German Stocks Advance as China Manufacturing Increases

German stocks advanced, after last week’s decline, as a gauge of Chinese manufacturing beat analysts’ forecasts and U.S. President Barack Obama said he will seek congressional approval before ordering military action against Syria.

Deutsche Annington Immobilien SE (ANN) climbed 1.4 percent as Berenberg Bank recommended investors buy the shares. Deutsche Bank AG (DBK) rose 2.1 percent as the Frankfurter Allgemeine Sonntagszeitung reported that Chief Financial Officer Stefan Krause said the lender’s shares will probably “return to their old strength” in the coming years.

The DAX (DAX) jumped 1.5 percent to 8,227.31 at 9:51 a.m. in Frankfurt. The gauge lost 3.7 percent last week on concern the U.S. and its allies would take military action against Syria for chemical-weapons attacks that opposition groups say killed as many as 1,300 civilians. The HDAX Index rose 1.5 percent today.

“There are two major reasons why stocks are rising today: first, it seems that the U.S. Congress may not support military action in Syria; secondly, data from China has come in better than expected,” Christian Schmidt, a market analyst at Helaba Landesbank Hessen-Thueringen in Frankfurt, said in a telephone interview. “On Friday, market participants got out of the market because of uncertainty and now it seems that the risk-takers are back.”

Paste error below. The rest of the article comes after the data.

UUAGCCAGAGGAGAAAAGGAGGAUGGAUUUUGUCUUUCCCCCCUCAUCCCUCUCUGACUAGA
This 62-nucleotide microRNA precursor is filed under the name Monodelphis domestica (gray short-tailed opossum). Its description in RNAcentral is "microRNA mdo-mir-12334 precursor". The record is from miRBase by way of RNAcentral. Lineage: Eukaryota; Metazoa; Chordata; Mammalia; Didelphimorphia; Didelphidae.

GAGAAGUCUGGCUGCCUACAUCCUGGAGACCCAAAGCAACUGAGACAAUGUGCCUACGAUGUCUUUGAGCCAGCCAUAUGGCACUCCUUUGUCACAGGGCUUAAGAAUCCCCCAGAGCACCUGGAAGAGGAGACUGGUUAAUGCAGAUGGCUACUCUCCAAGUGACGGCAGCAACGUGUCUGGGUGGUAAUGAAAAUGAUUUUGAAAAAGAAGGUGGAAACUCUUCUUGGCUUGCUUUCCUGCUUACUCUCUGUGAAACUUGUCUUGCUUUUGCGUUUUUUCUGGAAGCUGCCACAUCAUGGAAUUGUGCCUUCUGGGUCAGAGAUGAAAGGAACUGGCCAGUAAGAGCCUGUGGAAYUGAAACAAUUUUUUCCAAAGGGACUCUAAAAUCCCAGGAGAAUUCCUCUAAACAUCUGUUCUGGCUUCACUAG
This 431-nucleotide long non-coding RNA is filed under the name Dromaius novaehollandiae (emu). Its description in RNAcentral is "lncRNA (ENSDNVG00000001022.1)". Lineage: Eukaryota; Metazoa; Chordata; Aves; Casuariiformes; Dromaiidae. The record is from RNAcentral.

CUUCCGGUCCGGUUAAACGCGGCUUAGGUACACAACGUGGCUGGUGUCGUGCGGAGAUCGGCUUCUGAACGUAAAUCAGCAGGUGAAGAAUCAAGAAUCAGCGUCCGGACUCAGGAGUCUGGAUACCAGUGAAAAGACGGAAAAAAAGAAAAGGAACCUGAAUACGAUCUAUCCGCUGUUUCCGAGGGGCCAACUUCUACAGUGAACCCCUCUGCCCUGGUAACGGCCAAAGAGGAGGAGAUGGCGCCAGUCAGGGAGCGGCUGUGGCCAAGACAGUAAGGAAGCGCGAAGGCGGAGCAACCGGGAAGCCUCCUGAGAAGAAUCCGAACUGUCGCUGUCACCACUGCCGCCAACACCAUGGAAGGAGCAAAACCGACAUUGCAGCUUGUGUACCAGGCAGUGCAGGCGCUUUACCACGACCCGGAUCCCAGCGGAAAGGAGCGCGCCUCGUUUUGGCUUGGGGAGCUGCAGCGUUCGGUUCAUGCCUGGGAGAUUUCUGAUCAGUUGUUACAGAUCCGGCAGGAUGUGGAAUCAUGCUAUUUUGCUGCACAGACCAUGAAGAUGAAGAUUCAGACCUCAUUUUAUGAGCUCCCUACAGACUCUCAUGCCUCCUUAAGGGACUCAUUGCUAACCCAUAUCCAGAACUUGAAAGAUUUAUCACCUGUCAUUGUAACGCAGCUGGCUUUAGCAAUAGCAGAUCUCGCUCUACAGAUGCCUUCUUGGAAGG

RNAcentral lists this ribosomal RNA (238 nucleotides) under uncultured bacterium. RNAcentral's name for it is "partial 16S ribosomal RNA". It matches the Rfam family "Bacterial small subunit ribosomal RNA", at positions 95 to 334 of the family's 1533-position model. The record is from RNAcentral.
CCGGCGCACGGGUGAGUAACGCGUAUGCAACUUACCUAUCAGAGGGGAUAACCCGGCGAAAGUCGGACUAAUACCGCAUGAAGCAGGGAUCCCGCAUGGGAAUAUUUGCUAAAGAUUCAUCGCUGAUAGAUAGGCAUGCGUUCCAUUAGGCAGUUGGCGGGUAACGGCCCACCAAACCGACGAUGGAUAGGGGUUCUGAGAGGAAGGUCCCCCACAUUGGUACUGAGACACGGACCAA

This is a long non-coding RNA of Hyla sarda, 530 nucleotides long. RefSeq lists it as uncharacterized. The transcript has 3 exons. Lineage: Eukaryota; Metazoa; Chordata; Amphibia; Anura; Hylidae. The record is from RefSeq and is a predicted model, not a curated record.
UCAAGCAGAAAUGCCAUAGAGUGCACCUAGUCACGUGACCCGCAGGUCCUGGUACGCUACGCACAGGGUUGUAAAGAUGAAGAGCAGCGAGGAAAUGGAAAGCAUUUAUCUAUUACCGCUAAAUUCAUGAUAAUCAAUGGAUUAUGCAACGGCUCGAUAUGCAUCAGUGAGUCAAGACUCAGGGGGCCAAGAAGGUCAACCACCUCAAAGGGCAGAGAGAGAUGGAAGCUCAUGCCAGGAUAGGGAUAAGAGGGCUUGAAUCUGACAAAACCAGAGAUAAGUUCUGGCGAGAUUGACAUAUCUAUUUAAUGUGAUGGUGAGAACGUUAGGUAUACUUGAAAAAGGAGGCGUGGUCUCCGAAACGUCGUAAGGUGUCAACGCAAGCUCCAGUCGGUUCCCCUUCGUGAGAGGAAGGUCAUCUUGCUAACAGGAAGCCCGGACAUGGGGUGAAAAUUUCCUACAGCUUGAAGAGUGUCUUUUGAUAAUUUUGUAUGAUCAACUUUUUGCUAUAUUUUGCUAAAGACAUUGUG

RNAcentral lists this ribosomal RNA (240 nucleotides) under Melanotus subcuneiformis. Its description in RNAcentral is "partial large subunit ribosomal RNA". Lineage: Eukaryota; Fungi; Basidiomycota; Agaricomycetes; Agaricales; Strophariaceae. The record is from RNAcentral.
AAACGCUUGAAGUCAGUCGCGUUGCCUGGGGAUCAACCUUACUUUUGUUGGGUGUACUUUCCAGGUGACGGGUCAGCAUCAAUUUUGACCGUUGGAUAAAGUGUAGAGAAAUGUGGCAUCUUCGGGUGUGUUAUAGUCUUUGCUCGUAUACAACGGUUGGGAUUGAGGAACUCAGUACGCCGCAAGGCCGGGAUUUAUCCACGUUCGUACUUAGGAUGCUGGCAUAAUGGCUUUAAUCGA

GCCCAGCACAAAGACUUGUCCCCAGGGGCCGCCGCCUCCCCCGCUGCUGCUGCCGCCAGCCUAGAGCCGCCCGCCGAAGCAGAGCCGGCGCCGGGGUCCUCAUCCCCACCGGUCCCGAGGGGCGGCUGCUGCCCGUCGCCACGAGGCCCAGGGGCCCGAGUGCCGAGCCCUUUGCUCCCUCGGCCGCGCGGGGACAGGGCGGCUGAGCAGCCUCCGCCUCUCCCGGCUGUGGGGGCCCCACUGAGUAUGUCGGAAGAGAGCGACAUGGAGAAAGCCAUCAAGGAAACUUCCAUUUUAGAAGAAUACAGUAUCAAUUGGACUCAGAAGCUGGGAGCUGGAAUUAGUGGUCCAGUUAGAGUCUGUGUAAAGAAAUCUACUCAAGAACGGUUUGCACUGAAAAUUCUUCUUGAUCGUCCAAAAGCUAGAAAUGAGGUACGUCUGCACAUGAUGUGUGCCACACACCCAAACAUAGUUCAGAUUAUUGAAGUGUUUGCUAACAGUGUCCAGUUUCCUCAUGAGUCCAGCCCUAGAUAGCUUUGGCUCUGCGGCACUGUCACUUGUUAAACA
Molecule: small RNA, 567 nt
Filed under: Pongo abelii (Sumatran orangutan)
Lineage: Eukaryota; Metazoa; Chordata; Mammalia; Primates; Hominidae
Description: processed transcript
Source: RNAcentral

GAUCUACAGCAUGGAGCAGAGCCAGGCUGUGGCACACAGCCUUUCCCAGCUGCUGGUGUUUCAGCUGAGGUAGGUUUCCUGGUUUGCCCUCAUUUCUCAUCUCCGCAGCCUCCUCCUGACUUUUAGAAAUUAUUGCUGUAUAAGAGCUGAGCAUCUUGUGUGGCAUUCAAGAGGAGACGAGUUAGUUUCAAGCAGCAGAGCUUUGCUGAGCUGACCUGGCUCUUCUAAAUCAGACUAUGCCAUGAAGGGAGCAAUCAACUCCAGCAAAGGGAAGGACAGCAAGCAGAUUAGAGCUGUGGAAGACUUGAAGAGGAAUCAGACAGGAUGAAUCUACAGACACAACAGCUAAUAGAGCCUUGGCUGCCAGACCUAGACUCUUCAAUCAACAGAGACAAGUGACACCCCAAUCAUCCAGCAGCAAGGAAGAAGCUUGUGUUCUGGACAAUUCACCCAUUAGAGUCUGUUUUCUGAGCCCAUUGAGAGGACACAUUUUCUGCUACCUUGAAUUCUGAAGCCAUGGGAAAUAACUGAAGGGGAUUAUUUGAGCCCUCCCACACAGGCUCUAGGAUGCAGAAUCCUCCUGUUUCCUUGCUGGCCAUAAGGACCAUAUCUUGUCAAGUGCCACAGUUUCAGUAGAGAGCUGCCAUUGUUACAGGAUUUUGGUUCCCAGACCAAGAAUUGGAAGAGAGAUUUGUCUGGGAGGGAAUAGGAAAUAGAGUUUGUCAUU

In China, a measure of manufacturing climbed to 51 in August from 50.3 in July. That exceeded the median economist estimate for a reading of 50.6 in a Bloomberg survey. A figure greater than 50 means that activity expanded.

Separately, Markit Economics and HSBC Holdings Plc said their purchasing managers’ index for manufacturing in the world’s second-largest economy rose to 50.1 last month from 47.7 in July.

U.S. President Barack Obama said he will ask members of Congress to back his plan for a military strike on Syria. Congressional leaders have agreed to debate military action against the Middle Eastern country once lawmakers return from their recess on Sept. 9. Britain’s parliament last week rejected a proposed strike.

To contact the reporter on this story: Jonathan Morgan in Frankfurt at

To contact the editor responsible for this story: Andrew Rummer at

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